Second-generation Agile Methodology: Dan North's BDD Tales

Interview with Dan North

Writing an introduction to an interview with Dan North is not an easy task, being one of the very first names that come to anyone’s mind when talking about Agile and, as the saying goes, being one of those people who need no introduction.

Originator of BDD aka Behavior-Driven Development, Dan is a frequent conference speaker and a star of the software development world by all means. Dan will also be in Milan on May 15th-16th for his 2-day workshop “Software Faster”.

Among many other interesting things, in this interview we find out why the principles of the Agile Manifesto are aging well (like a good wine we might say!) and what we can do to make the most out of them in an ever changing world, almost 20 years since they were written for the first time.

Avanscoperta: Hi Dan, it’s a pleasure talking to you! Your twitter handle is @tastapod. What’s the hidden meaning behind it? 🙂

Dan: Ah now, that’s a long-kept secret! I can tell you it is a made-up word, and that it has a definition. I can’t tell you the definition though. (Ok, I can tell you the definition, and why it was made up, but you’ll have to buy me a drink first.)

Avanscoperta: Ha! We’ll write a follow up of this interview then… 🙂 Let’s kick off with a classic: tell us something about your first encounter with the tech world.

Dan: I remember my first encounter with a computer. It was 1981 so I was about 10 years old. My friend’s older brother had a Sinclair ZX81 with a whopping 1kb of memory. (You could plug a RAM pack in the back to get 16kb but it would reset the computer if you jogged the table.)

He was playing 3D Monster Maze (which you can still play!) and it was the coolest thing I had ever seen. My first computer was a Sinclair ZX Spectrum a couple of years later. I used to type in games from code listings in magazines.

Separated At Birth! Monster Maze & #DDDino in this rare vintage collage.

Avanscoperta: You’ve always been extremely active in the tech and software development community as a whole. What’s the best piece of advice you’d give to anyone who’d like to start being more involved into it?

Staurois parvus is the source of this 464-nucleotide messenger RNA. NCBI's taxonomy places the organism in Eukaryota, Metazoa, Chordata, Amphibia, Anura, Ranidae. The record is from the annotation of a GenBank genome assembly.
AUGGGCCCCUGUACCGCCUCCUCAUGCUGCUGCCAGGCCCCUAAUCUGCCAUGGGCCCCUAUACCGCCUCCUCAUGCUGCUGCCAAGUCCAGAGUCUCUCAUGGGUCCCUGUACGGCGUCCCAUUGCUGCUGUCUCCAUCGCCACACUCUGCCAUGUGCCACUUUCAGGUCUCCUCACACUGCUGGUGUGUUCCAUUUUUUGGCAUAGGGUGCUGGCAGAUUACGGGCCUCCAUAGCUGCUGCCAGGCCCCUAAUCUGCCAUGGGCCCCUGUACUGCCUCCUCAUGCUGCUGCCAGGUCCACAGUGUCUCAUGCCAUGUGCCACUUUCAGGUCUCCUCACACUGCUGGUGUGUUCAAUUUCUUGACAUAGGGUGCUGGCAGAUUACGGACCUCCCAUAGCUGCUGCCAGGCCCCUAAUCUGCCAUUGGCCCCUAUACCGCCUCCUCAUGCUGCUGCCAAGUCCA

Dan: In terms of public speaking, people like stories and they want to hear yours, probably more than you realise. A lot of people I encounter in tech—and there is evidence that this applies more to women—don’t think they have anything interesting to say. Then I discover they’ve been doing something genuinely innovative but they thought everyone did that! I encourage people to share their ideas and discoveries, at work, in meetup groups, online, or at conferences.

When I work with people who are underrepresented in tech, particularly women and people of colour, I encourage them to get out and speak. They don’t know who will be in the audience, and a young person seeing an older version of themselves on stage at a conference is more likely to be inspired by that than by yet another middle-aged white guy.

Avanscoperta: Change is always a constant element in life, and the software development industry is no exception. How is the tech industry responding to it? What are the next challenges you can see coming in the following years, and how are we getting ready for them?

Dan: Predicting the future is always dangerous! The obvious things coming along in the near term are cloud-native computing, machine-assisted computing (the term “AI” is already far too overloaded), wearables and connected devices, and a huge increase in connectedness and tech sophistication in developing countries.

I can’t say how we are preparing for them because it won’t be me doing it! The best way to adapt to something is to grow up with it. There are already people coming through who have only ever seen touchscreens and who have grown up with a quad-core supercomputer in their pocket.
Soon there will be people who have only ever seen applications running in the cloud, who think owning your own servers is as quaint as running your own electricity generator or water pump. These are the true mobile natives and cloud natives, and they see things differently from me or you.

I hope that in my working lifetime we come to think of using a keyboard to interact with a computer is as quaint as we think of punch cards. I still haven’t seen the thing that will replace a keyboard for day-to-day programming, but then I might be thinking too small, and something is coming along that will replace programming altogether! As William Gibson says: “The future is already here, it’s just not very evenly distributed.”